Although the closure of Ghost Town in the Sky several years back has left many Maggie Valley businesses struggling just to keep their doors open, others like the half-century-old Joey’s Pancake House and the 15-year-old Wheels Through Time motorcycle museum have continued to succeed despite slowly climbing tourism numbers amidst the lingering aftertaste of the worst recession in living memory.
If a rising tide lifts all boats, it only makes sense for organizations with common goals to work together, but cooperation hasn’t always come so easy for the Maggie Valley Chamber of Commerce and the Haywood County Tourism Development Authority.
Though both entities work toward the ultimate goal of promoting local tourism, arguments have surfaced throughout the years over funding and duplicating services.
As three members of the Maggie Valley Area Chamber of Commerce board of directors rotate off the board next month, the business community has another opportunity to vote in new leadership.
Businesses in the valley have varying views on whether being a member of the Maggie Valley Area Chamber of Commerce is worth the annual dues, but Chamber Chairman Joe Moody said it’s a great value for the many benefits provided to the chamber’s 180 members.
Nick Breedlove has been brushing up on his astronomy lately — studying maps and learning the science behind the total solar eclipse that is set to occur on Monday, Aug. 21, 2017.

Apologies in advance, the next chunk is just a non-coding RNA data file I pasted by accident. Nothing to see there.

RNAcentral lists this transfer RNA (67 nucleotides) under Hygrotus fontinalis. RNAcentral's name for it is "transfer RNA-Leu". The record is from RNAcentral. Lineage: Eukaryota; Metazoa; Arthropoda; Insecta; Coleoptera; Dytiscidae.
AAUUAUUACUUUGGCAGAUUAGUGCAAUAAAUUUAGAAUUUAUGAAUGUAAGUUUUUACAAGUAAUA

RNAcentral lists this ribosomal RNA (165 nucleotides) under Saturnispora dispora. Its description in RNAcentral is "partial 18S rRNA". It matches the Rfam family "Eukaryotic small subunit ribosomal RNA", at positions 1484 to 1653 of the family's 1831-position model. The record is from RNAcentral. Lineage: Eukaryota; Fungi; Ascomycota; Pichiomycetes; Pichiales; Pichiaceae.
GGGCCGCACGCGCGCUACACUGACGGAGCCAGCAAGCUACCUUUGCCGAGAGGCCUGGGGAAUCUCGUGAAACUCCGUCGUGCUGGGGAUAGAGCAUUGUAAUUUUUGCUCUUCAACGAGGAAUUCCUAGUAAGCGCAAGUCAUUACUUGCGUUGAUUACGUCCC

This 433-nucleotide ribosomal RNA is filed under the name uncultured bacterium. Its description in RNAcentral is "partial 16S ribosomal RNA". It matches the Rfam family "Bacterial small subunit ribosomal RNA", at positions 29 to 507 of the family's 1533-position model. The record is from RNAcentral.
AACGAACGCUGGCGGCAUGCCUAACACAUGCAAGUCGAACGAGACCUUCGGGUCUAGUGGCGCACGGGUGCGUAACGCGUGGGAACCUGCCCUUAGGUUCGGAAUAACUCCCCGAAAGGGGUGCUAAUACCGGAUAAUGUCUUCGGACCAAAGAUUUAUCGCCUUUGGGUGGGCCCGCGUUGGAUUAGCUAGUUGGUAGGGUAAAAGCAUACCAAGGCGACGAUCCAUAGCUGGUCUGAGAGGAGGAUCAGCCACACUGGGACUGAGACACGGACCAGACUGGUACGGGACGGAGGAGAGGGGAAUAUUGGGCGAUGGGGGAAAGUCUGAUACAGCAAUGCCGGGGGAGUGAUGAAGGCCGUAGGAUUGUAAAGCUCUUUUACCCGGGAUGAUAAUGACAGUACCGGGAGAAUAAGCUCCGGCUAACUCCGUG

After attempting to revamp the mountaintop amusement park for several years, Alaska Presley has decided to sell Ghost Town in the Sky in Maggie Valley.
Tourism folks in Jackson County are feeling hopeful after hiring a new marketing firm to spread the word about the county’s hidden wonders.
It’s been three years since a vigorous debate about charging for backcountry camping in the Great Smoky Mountains National Park ended with the park’s decision to charge backpackers a $4 fee, but for the fee’s most stalwart opponents, the issue isn’t yet in the rearview mirror.
Southern Forest Watch, a group that formed expressly to fight the fee, filed suit against the National Park Service soon after the fee was approved in February 2013. The public had overwhelmingly decried the proposal, SFW said, arguing that the park hadn’t followed correct procedure when approving it and contending that the assertion that the existing backcountry system was inadequate, crowded and causing complaints — necessitating the fee — was unfounded.
An alliance of business owners opposing Maggie Valley’s proposed town center master plan is growing stronger and becoming more organized as it tries to derail the project.
The tourism industry doesn’t always agree on much. They argue over the best logos and ad campaigns, whether to fund this festival or that one, and who has the best continental breakfast.